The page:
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Show HN: Density – Anonymous People Counter and API (density.io)
258 points by jordanmessina on July 13, 2015 | hide | past | web | favorite | 145 comments



The site is rather vague. They provide the hardware and install it for free, which implies they're selling data to someone else. Who? There's no privacy policy. No terms of service. The "order" button just brings up a blank email.

How does the device tell how many people are present based on counting at a doorframe? Is it counting people passing through the door? Does it detect direction? Is it good enough to estimate the number of people inside by subtracting out counts from in counts? Will this work for wide entrances, such as malls? Is this a passive infrared sensor? Those go blind in hot weather.

This looks like a cheaper alternative to video counting systems, of which there are many. Video systems get about 98% count accuracy. If you already have surveillance cameras, you can often use them for counting. Beyond that, there's queue measurement - not just how many people are in line, but how many gave up and left without buying.[1] (Seven people in a queue is the tipping point – any longer and most shoppers won’t bother joining it. After 9 minutes, shoppers are likely to give up queuing and leave empty handed (other research says as little 6 minutes). 70% of customers who leave never come back.)

[1] http://www.retailsensing.com/queue-management.html


[Density founder here] Hey Animats, sorry it took me all day to get to your list of questions.

> which implies they're selling data to someone else. Who?

Typically our customers are startups who sell to SMBs (coffee shops, bars, restaurants, museums, etc). They charge merchants anywhere between $50-$500/mo/location for some kind of software or service. These are startups that sell POS systems, loyalty software, marketing services, discounts, handle logistics, and delivery.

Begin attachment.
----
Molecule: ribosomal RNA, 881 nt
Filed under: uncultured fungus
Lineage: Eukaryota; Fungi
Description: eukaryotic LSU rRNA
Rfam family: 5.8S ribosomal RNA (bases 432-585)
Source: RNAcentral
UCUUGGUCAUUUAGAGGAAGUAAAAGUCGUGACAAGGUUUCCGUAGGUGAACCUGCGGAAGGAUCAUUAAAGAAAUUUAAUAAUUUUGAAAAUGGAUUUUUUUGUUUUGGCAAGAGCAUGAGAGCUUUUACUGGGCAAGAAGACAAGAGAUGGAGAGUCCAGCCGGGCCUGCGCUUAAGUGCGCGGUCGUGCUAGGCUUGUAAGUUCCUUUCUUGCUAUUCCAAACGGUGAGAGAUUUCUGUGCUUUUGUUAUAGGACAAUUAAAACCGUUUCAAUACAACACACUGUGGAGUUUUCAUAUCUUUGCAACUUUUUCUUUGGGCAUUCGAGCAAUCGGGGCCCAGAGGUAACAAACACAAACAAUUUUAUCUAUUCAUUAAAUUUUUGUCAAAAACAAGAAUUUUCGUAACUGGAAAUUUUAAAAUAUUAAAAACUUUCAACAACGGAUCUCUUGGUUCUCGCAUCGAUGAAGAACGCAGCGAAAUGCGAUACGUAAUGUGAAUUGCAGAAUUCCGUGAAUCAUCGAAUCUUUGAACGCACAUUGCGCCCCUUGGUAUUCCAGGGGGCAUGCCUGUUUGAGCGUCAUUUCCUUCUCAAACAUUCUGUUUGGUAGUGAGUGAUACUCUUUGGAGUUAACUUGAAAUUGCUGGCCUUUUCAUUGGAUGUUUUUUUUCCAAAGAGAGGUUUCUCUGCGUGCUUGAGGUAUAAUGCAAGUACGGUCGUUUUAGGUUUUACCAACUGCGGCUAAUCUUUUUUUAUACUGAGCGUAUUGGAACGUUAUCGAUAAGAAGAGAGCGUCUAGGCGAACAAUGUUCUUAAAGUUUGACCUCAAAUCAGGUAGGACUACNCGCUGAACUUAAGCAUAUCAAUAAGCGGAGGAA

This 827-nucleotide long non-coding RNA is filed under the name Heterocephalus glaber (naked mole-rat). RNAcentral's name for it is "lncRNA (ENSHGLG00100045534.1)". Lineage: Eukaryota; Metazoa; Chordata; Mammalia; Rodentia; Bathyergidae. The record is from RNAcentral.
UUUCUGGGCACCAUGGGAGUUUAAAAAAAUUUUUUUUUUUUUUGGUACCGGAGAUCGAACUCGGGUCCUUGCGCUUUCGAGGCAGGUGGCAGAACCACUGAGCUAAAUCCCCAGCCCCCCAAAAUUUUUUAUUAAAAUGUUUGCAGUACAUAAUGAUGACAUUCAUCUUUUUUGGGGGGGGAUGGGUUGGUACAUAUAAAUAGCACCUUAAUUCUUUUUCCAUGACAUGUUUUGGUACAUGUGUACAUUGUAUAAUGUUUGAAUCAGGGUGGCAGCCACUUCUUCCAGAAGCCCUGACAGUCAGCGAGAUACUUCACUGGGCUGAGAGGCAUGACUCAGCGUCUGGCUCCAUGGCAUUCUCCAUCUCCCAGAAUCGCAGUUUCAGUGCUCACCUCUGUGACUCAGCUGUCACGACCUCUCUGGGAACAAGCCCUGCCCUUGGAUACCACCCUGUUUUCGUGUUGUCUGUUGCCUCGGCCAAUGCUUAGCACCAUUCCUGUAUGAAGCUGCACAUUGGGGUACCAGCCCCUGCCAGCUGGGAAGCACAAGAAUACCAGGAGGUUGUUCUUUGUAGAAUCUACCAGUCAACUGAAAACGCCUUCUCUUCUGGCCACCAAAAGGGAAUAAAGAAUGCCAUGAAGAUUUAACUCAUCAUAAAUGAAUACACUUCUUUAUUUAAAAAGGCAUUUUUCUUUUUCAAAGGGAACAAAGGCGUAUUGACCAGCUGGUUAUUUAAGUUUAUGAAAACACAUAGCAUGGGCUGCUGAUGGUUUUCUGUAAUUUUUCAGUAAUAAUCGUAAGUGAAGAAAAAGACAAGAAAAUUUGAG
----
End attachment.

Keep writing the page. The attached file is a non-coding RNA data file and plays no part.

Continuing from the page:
> There's no privacy policy. No terms of service.

Frankly, it should have been there before launch but since people don't "buy" through our website, we decided to sacrifice legal thoroughness for speed to launch. Maybe a misstep but people seemed okay emailing us their request to order.

> How does the device tell how many people are present based on counting at a doorframe?

Two closely situated, parallel infrared distance sensors. We timestamp spikes in voltage as they come in allowing us to see o...1 = entrance. 1...0 = exit. Giving us the current count in a place.

> Is it counting people passing through the door? Direction?

Yes. Not the line outside. Although we can do line detection and estimate wait times. Yes.

> Is it good enough to estimate the number of people inside by subtracting out counts from in counts?

Yes. It's better than just an estimate.

> Will this work for wide entrances, such as malls? Is this a passive infrared sensor?

No. Our current model maxes out at roughly 90in -- that's with two sensors on either side of a double door facing one another. No it's AIR.

> 98% count accuracy ... If you already have surveillance cameras, you can often use them for counting.

You're right. We're just betting that customer-aversion to facial recognition and surveillance cameras is slowing adoption in the long tail of the market we're after - the various independent merchants and sellers that comprise a city and who are too busy making coffee and food to spend too much time on potential controversial technology. See: http://techcrunch.com/2014/05/29/philz-coffee-drops-euclid-a...

[edit: for readability]


>> Is it good enough to estimate the number of people inside by subtracting out counts from in counts?

> Yes. It's better than just an estimate

What if someone waved their hand in front of it (in a particular direction) in an attempt to subvert it? Couldn't someone trick it into over-reporting or under-reporting the number of people inside?

What if someone is standing idle in front of it (near the door frame) for a few minutes and in the meantime a large number of other people walk in? Will it miss them?

What if two or more people walked in at the same time with no gap between them?

Most importantly: How would the counter ever be able to correct itself from inaccuracies?